en.infoglobe.cz » Indonesia: No It Did Not Burn Down VIII – Bali: Perfect Scenery at Batur Mountain

Indonesia: No It Did Not Burn Down VIII – Bali: Perfect Scenery at Batur Mountain

Published: 8.2.2016
We are still on our day-long trip on Bali. We leave Singaraja town in the island’s north. Our next goal is the area surrounding Batur volcano.

And so it starts – a long road going up endlessly. We feel cold veiled into thick fog. We are approaching Batur volcano. The first opportunity to see its huge crater is at Penulisan village. The view is perfect given partially by the fact that you won’t expect it. The second largest lake on Bali (1 050 meters above sea level) creates the bedrock of the crater. Then there are some villages, thermal springs and Batur volcano in all its beauty.

 Pura Tegeh Koripan is the highest temple on Bali  Batur as viewed from a Hindu temple

The road goes on southwest along crater’s edge. There is the highest temple on Bali – Pura Tegeh Koripan (don’t let local ladies fool you and sell you expensive tickets). To be there during their holiday was true luck. A parade of women dressed in colorful dresses wore bowls with sacrifice on their heads. Batur mountain, a bare volcano with visible lava traces of 1917 and 1926 eruptions created background to the whole scene. One really take a moment to get fully immersed. Especially when you realize Batur and Kintamani villages and the temple as well were flooded with hot lava back then. People who survived built both villages and the temple again at the edge of the huge crater.

 a still visible trace of lava which would flood both villages

 dressed Hindu women carrying sacrifice on their heads  a Bali women carrying sacrifice

The crater is interesting for its scenery. But not only for that. Also, volcanoes there are still active. No one knows when they erupt next. When looking at that beauty we suddenly noticed the summit of Agung (3 142 meters above sea level) peaking out of the fog. We decided to climb to its summit.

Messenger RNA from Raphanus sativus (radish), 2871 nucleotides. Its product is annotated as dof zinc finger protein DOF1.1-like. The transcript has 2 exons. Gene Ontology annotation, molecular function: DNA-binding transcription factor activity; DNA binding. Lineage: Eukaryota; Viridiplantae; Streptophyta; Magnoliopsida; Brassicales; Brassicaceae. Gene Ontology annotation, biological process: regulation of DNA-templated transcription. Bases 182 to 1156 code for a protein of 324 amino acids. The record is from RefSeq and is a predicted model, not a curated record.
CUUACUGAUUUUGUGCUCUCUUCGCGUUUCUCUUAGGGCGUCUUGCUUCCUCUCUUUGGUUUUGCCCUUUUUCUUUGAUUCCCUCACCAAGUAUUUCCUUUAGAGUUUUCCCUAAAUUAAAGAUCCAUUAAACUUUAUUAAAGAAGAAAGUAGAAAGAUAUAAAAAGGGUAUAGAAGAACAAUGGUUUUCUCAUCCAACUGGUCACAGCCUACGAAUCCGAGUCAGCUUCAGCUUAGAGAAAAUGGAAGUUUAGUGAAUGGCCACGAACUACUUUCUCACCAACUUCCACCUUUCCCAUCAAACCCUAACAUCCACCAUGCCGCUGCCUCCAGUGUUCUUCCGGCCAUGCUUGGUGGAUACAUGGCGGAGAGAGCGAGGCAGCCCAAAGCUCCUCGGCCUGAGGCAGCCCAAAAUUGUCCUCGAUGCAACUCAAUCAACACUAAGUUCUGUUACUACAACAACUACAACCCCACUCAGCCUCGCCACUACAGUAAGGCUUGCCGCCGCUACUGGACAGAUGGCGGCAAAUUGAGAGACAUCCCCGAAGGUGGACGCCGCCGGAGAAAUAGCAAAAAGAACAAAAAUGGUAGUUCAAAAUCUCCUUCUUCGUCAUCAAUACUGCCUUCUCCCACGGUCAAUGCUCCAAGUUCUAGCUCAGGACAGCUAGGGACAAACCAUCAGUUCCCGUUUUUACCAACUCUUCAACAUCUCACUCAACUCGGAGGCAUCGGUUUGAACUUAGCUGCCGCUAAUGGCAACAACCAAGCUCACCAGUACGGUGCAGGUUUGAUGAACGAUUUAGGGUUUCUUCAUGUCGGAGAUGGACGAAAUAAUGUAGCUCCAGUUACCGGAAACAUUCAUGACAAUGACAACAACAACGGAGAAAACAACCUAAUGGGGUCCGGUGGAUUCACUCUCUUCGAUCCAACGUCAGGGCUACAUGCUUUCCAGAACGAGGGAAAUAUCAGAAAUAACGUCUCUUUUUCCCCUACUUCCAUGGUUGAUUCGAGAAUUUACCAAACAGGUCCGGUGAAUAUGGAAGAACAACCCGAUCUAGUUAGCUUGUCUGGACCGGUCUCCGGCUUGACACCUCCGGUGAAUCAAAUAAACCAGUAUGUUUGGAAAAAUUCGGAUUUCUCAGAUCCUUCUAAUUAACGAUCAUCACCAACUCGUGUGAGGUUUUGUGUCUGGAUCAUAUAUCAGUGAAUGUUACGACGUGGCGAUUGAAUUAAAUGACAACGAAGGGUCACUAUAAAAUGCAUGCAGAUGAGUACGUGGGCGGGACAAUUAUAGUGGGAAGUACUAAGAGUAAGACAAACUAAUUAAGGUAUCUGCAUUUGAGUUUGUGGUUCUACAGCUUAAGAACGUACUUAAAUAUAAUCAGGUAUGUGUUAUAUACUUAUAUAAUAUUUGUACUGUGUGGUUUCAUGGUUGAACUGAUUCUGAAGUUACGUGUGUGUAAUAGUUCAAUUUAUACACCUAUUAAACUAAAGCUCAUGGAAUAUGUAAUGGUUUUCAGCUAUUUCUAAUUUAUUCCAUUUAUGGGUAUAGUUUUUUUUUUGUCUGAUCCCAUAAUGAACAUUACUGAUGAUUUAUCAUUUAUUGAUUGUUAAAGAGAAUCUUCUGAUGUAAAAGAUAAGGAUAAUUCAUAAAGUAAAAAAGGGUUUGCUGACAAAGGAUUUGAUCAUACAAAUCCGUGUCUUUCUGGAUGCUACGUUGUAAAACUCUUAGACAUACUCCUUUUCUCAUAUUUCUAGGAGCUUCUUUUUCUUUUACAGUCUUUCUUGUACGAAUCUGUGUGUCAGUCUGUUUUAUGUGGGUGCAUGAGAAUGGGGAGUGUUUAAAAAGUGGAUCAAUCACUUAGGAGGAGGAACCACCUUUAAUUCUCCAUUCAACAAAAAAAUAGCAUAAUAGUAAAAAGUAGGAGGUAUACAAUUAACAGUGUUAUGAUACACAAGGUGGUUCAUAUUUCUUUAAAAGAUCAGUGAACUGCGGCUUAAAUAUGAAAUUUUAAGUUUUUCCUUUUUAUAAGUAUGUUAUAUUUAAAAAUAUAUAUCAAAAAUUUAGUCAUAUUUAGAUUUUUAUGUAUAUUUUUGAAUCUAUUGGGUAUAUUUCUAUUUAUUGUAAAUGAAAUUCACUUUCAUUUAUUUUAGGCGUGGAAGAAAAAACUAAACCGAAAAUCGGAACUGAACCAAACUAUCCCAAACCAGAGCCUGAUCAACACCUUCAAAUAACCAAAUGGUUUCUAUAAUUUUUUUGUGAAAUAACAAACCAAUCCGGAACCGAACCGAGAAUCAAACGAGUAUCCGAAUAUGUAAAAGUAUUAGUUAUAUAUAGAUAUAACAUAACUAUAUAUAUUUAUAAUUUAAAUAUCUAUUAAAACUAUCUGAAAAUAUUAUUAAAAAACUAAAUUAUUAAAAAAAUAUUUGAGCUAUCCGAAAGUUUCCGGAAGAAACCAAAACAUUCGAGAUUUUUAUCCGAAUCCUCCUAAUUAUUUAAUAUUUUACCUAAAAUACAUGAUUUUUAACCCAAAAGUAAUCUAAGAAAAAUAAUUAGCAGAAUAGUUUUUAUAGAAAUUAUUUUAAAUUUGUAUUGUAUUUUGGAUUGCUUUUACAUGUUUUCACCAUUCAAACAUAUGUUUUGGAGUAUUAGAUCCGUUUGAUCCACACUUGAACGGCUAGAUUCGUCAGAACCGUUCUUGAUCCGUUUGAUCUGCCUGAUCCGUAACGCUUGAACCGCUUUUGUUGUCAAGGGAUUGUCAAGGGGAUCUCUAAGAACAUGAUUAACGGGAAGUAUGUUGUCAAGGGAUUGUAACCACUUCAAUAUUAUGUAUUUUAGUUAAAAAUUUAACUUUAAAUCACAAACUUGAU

on the right side the summit of Agung emerges from the fog

We planned the climb for the following night. Two roads go there. One from Besakih up to the summit (from the south). The other starts further in the east. The route there begins at a car park in the forest and ends below the summit.

It was really difficult to find any means of transport to Besahih. Fortunately, we found a driver. He would take us there from Legian for 400 000 IDR (about 800 CZK). Travelling around Bali is strenuous task every time even in short distances. Traffic is really dense. Our road goes also along rice fields (particularly beautiful are those around Sidemen).

Agung volcano in all its beauty

Two hours of ride later we stop at the gates. There are two men in suits asking us to pay them for us and a guide 1 000 000 IDR (about 2 000 CZK). We starred at them shockingly. We knew that you have to pay something for a guide (Agung volcano is sacred and they don’t want people to go there without a reason). What we didn’t expect was to pay one million rupees. We managed to lower the price to 750 000 IDR. Which was still too much. Unfortunately, the problem was that we had come by car not by minibus. Eventually the summit of Agung did not see our footsteps. We had to pay another 200 000 IDR to our driver to drive us to the port. Ships to Lombok are anchored there. So, wasted time and money sometimes are part of travelling.

A climb which would take us several days would lift our spirits. We would climb Rinjani volcano in ombok. Next week you will understand why we had to spare some money. Don’t miss this fascinating climb in marvelous volcanic landscape.

GPS: 8°15'18.7"S 115°20'06.7"E

Text and photo: Martina Brožková



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